The FIRST HELVETIC CONFESSION ( Latin : _Confessio Helvetica prior_), known also as the SECOND CONFESSION OF BASEL, was drawn up in Basel in 1536 by Heinrich Bullinger and Leo Jud of Zürich , Kaspar Megander (de) of Bern , Oswald Myconius and Simon Grynaeus of Basel, Martin Bucer and Wolfgang Capito of Strasbourg , with other representatives from Schaffhausen , St Gall , Mülhausen and Biel . The first draft was written in Latin and the Zürich delegates objected to its Lutheran phraseology. However, Leo Jud's German translation was accepted by all, and after Myconius and Grynaeus had modified the Latin form, both versions were agreed to and adopted on February 26, 1536.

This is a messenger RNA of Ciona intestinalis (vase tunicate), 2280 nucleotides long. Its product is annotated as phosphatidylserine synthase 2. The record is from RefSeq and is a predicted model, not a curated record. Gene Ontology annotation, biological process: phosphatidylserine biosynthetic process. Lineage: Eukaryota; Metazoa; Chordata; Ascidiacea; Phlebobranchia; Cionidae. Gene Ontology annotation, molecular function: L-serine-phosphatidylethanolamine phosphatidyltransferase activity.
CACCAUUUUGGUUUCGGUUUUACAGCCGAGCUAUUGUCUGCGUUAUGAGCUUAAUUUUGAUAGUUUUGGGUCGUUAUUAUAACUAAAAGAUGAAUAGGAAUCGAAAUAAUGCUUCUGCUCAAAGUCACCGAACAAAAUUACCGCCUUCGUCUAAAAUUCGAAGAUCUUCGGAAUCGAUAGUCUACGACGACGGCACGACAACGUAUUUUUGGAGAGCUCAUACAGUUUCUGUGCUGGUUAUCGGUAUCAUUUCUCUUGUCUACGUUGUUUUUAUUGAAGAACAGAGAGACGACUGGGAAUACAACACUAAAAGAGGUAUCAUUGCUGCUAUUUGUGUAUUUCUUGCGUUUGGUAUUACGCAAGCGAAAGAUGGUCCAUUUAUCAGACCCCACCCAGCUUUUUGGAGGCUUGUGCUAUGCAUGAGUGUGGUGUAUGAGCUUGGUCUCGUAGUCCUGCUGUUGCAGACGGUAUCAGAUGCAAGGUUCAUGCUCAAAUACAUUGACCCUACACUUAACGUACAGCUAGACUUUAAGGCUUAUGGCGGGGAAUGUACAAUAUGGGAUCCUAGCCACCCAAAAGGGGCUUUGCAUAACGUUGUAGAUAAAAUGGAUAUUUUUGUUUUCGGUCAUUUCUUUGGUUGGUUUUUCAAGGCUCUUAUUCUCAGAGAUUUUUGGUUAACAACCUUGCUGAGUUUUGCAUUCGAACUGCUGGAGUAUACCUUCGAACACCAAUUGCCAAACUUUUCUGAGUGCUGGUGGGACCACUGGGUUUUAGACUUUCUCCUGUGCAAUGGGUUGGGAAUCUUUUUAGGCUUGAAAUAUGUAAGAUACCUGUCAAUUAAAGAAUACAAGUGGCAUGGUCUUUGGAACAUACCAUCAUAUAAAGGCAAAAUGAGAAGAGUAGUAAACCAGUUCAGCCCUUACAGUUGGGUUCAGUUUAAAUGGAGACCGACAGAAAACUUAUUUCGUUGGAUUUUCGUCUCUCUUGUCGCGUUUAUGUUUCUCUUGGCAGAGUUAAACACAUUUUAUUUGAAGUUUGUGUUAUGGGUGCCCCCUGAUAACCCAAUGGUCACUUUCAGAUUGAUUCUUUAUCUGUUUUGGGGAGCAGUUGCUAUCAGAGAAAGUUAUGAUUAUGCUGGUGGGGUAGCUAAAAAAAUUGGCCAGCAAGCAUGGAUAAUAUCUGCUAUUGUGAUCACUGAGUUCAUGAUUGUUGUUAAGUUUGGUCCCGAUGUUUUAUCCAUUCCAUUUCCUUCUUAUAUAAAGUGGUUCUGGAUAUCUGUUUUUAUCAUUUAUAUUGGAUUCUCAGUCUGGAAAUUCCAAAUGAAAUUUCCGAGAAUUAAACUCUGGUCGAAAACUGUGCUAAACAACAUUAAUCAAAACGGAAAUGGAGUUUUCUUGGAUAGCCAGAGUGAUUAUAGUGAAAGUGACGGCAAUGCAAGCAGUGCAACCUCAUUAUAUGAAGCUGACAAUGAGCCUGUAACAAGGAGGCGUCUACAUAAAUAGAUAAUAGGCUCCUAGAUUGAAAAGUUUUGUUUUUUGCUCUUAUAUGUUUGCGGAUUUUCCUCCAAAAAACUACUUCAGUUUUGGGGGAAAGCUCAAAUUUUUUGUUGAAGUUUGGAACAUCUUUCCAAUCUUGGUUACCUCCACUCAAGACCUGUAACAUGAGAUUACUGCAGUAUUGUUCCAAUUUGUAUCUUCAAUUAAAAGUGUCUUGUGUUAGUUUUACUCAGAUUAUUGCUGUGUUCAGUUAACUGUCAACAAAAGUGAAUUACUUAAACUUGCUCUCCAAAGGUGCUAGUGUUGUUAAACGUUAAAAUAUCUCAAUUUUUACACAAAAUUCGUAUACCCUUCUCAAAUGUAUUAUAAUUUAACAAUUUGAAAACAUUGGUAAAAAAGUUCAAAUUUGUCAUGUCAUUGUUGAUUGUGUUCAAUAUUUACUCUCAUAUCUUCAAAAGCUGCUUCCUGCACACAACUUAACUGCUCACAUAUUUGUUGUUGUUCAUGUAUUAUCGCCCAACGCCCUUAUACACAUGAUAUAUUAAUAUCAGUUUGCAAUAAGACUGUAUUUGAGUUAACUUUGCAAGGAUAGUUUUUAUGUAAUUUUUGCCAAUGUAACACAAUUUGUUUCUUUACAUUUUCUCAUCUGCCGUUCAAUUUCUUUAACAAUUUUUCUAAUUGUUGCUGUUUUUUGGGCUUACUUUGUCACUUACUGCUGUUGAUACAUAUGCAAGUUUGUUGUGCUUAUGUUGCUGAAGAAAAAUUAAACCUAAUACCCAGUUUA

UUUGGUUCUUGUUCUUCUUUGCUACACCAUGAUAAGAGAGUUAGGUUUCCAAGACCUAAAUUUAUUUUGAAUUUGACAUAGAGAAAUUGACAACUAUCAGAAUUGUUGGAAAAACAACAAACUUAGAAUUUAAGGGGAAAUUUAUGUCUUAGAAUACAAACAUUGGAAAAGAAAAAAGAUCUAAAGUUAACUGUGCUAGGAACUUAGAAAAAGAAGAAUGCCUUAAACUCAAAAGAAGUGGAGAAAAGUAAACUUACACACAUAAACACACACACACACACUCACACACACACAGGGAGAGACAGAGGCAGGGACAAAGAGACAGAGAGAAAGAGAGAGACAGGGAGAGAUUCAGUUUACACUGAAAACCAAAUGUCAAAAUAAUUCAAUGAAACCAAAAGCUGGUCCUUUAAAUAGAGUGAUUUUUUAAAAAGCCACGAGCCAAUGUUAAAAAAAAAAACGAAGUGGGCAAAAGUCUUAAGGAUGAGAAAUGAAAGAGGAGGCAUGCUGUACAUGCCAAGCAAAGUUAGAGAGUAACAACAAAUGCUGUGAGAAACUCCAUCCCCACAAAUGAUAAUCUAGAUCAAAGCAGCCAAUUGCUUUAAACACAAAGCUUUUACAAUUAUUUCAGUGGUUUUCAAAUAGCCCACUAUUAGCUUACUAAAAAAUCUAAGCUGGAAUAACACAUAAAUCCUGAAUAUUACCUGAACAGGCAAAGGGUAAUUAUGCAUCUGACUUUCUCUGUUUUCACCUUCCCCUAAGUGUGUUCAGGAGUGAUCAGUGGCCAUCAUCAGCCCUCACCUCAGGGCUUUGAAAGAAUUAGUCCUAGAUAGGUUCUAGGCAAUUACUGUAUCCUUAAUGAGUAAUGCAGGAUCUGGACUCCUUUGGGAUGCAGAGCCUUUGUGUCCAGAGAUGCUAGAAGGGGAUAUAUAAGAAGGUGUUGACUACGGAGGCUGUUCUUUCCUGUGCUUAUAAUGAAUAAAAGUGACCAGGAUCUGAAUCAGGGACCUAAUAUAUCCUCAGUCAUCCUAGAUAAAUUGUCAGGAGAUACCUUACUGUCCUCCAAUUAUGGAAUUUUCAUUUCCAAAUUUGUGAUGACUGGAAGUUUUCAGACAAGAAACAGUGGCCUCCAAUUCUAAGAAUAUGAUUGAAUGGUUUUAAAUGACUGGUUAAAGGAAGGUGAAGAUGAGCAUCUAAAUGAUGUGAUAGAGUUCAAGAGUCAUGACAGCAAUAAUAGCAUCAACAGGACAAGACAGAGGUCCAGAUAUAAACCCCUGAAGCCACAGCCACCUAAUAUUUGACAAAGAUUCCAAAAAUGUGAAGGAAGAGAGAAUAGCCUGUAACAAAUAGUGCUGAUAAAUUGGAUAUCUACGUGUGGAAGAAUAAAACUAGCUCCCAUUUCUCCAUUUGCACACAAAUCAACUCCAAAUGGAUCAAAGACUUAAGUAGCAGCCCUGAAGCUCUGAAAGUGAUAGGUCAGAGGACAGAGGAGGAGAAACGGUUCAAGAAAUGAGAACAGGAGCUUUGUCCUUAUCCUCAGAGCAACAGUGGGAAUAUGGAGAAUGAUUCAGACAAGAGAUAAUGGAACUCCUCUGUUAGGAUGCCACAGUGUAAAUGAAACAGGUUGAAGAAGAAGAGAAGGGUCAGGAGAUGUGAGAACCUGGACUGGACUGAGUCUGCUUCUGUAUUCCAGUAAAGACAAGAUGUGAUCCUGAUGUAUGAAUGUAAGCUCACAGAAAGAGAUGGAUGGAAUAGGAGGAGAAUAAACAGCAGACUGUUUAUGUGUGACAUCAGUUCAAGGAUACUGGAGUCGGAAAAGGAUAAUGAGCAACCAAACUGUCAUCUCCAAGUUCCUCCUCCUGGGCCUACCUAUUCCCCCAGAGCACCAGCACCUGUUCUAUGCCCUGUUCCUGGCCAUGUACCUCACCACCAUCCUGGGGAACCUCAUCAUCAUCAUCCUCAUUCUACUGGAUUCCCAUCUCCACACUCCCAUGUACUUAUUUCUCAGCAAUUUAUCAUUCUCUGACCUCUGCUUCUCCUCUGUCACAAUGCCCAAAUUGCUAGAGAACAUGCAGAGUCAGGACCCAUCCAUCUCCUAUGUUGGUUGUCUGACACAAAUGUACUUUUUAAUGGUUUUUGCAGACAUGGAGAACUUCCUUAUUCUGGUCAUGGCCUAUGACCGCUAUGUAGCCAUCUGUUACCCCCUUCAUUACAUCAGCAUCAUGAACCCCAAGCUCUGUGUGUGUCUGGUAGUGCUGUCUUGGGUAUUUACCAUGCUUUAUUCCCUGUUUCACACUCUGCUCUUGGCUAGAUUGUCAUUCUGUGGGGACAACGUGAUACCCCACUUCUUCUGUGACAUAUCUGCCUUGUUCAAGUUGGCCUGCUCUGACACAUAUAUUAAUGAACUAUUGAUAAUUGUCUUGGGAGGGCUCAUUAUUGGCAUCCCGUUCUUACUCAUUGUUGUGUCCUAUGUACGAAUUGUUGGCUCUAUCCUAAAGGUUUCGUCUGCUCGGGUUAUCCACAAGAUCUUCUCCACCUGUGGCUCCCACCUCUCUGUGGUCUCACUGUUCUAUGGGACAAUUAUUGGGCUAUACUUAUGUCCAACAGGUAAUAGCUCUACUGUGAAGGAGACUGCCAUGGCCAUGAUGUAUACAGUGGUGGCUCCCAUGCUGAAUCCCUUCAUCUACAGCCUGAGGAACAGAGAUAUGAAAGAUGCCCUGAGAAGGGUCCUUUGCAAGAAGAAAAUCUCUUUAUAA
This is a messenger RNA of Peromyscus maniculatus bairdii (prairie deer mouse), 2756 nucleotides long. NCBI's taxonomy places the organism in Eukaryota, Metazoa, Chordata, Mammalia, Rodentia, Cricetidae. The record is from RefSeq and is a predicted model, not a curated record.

The SECOND HELVETIC CONFESSION (Latin: _Confessio Helvetica posterior_) was written by Bullinger in 1562 and revised in 1564 as a private exercise. It came to the notice of Elector Palatine Frederick III , who had it translated into German and published. It was attractive to some Reformed leaders as a corrective to what they saw as the overly-Lutheran statements of the Strasbourg Consensus . An attempt was made in early 1566 to have all the churches of Switzerland sign the Second Helvetic Confession as a common statement of faith. It gained a favorable hold on the Swiss churches, who had found the First Confession too short and too Lutheran. However, "the Basel clergy refused to sign the confession, stating that although they found no fault with it, they preferred to stand by their own Basel Confession of 1534".